... In the 20yrs I’ve owned that BHP, when wanting something with the good points of a BHP AND a decent trigger, I’ve bought examples from the CZ75 family. Even the DA/SA triggers are quite nice; until participating in a marketing study including the Walther PPQ, the CZs were the best DA/SA triggers in my [ fairly extensive ] experience. More, my CZs have a true safety, not the aptly named alternative. So they can be carried condition 1; and charging the chamber leaves the hammer cocked. You need never use the DA-mode.
I have 3 different CZ Compact models, each has been through CajunGunWorks to improve the triggers. I prefer the SA pull on my High Powers with the BHSS trigger to all of them. Heck, after some tweaking, I preferred the pull with the C&S Wide Combat trigger to the CGW/CZ trigger. I guess I’m just an SA guy, although the DA pull is quite nice on my CZs.

There ARE things you can do to improve the High Power. I like the new trigger quite a bit, with or without the magazine eject assist spring. I also like the SFS mod. - hammer down cocked and locked which also improves the trigger a bit and further simplifies disassembly. Not to mention full relief from hammer bite. And fresh springs as needed, to keep them in top shape.

Cheers,

Tim
 

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Com'on....not everything is for everyone....and Hi Powers are no exception. If you're not happy with your Hi Powers then sell 'em on and get something ya' like better. Whoever buys your H-P's may like 'em more and you'll have another new pistol to try out and possibly enjoy shooting a lot more. Everyone wins.

For myself, I've two Hi Powers with '..stock..' triggers right out of the box and I've found both to be just fine...so I've never quite understood the complaints. I actually prefer a '..heavier..' trigger pull and since I very seldom become involved in running gunfights with bands of marauding villains bent on world-domination (not even the brown, corrugated cardboard cut-out kind) or the open parking spot I had my eye on in the Walmart parking lot ...the magazine disconnect seldom becomes an issue but...to each their own....
 

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I have 3 different CZ Compact models, each has been through CajunGunWorks to improve the triggers. I prefer the SA pull on my High Powers with the BHSS trigger to all of them.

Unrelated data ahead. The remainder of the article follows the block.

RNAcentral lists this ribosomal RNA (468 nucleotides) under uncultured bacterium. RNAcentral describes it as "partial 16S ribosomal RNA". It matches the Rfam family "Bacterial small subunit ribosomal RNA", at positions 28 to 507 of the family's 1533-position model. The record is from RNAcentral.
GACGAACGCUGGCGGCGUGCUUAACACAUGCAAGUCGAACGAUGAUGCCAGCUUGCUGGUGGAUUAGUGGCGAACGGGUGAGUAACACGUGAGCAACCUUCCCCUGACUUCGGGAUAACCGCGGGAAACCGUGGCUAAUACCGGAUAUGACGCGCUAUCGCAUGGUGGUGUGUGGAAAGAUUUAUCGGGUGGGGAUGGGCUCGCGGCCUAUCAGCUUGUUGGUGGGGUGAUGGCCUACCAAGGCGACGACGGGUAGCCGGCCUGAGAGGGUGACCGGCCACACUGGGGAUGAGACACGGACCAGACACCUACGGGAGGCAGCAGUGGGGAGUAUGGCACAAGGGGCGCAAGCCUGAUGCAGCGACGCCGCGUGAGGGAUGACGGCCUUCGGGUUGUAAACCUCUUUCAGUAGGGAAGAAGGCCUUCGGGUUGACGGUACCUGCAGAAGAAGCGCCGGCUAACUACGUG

...
There’s a point: none of the CZs I’ve kept are compact. All are full-sized, so plenty of leverage against the full-height frame. Had a RAMI briefly ... the vendor sent the wrong caliber: 9mm; didn’t have the .40S&W asked; so I didn’t keep it. Seems likely that I never have fired a shot using a CZ75-family pistol in DA-mode. Certainly tried it for dry-fire; but I’d not like lowering the hammer on a live round even at the range.

The only purposes I see for the CZ’s DA-mode on true safety pistol are:

- re-strike
If a primer failed to ignite, you can try again. Nothing I’d ever use: before my conscious mind figured out ”a dud”, my spinal-macros would have the dud out the window and a new round chambered.

- contract qualification
Lots of L.E., and perhaps military, contract competitions specify a DA-mode. Done.
 

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Com'on....not everything is for everyone....and Hi Powers are no exception. If you're not happy with your Hi Powers then sell 'em on and get something ya' like better. Whoever buys your H-P's may like 'em more and you'll have another new pistol to try out and possibly enjoy shooting a lot more. Everyone wins.

For myself, I've two Hi Powers with '..stock..' triggers right out of the box and I've found both to be just fine...so I've never quite understood the complaints. I actually prefer a '..heavier..' trigger pull and since I very seldom become involved in running gunfights with bands of marauding villains bent on world-domination (not even the brown, corrugated cardboard cut-out kind) or the open parking spot I had my eye on in the Walmart parking lot ...the magazine disconnect seldom becomes an issue but...to each their own....